COVID-19 Experimental Drug Treatments Can Go Terribly Wrong

We want to avoid having a thalidomide-like incident in the United States.

by Eric Holdeman / March 24, 2020

I'm old enough to remember the stories of Japanese women giving birth to babies with various birth defects. Fortunately for women here in the United States, the FDA prevented the sale of the drug. 

Today we hear talk of experimenting with different drugs to treat the coronavirus. We need to leave that up to the scientists and the Federal Drug Administration. Don't self-treat!

See note below from Wikipedia entry on thalidomide.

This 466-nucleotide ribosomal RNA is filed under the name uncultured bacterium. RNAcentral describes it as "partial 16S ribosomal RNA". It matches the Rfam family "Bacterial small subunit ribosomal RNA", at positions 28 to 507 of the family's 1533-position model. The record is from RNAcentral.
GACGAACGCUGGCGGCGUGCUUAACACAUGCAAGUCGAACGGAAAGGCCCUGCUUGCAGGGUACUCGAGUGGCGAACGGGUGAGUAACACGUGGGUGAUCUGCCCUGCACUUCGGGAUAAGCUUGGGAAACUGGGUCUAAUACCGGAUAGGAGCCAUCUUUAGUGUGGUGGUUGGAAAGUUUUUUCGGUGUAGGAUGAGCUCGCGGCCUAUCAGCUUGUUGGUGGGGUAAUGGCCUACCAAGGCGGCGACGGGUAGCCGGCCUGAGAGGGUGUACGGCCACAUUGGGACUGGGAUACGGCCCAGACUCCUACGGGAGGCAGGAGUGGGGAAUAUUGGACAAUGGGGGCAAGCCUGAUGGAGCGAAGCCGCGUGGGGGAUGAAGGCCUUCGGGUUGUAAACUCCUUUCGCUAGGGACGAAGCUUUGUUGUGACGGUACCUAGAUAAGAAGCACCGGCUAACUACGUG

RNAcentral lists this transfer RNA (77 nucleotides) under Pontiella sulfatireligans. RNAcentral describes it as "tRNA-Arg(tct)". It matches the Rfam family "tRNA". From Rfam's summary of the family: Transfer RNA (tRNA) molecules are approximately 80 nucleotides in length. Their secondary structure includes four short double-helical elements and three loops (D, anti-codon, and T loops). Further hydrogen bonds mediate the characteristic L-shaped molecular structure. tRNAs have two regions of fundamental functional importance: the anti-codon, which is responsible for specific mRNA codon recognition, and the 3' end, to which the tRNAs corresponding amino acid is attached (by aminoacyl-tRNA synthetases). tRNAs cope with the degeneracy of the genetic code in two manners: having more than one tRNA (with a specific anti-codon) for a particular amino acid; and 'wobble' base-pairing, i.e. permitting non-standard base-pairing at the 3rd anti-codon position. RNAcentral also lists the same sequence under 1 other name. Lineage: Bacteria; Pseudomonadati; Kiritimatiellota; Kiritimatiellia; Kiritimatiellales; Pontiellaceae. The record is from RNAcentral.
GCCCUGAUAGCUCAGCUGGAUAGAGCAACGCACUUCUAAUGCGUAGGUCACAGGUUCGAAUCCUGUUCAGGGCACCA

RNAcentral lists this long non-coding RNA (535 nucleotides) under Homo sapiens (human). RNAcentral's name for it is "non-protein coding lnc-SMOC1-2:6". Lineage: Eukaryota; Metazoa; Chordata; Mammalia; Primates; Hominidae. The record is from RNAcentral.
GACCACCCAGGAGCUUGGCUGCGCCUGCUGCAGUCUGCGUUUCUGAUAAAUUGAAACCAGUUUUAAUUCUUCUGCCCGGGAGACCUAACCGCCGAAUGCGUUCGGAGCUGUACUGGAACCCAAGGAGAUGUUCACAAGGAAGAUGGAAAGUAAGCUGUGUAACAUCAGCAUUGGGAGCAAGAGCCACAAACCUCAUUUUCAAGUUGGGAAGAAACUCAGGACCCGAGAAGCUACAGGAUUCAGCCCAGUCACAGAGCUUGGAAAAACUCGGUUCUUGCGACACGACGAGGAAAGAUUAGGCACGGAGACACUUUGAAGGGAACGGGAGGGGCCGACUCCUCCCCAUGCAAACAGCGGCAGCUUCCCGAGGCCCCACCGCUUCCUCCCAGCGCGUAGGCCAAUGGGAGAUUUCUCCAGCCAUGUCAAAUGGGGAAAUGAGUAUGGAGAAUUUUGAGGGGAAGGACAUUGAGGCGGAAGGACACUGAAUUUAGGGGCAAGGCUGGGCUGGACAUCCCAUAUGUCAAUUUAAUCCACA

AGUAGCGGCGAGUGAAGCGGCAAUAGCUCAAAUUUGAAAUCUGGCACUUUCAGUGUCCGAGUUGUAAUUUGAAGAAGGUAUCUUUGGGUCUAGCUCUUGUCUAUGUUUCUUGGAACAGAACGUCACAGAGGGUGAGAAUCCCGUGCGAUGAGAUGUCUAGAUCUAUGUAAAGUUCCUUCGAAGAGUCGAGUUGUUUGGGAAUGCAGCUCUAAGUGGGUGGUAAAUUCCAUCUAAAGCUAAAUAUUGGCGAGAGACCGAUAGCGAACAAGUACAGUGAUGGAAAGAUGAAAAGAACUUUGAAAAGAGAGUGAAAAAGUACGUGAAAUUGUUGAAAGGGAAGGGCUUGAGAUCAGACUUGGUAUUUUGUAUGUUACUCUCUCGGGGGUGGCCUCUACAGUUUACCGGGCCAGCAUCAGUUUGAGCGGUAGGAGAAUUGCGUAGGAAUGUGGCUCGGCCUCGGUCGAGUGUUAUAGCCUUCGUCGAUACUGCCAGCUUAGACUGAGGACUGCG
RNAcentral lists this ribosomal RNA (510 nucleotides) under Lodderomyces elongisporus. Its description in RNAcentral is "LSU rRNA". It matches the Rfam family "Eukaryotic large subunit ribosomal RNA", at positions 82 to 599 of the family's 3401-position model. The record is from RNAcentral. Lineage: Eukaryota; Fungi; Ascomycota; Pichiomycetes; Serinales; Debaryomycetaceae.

When first released, thalidomide was promoted for anxietytrouble sleeping, "tension", and morning sickness.[6][9] While initially deemed to be safe in pregnancy, concerns regarding birth defects were noted in 1961 and the medication was removed from the market in Europe that year.[6][5] The total number of people affected by use during pregnancy is estimated at 10,000, of which about 40% died around the time of birth.[6][3] Those who survived had limb, eye, urinary tract, and heart problems.[5] Its initial entry into the US market was prevented by Frances Kelsey at the FDA.[9] The birth defects of thalidomide led to the development of greater drug regulation and monitoring in many countries.[9]

Platforms & Programs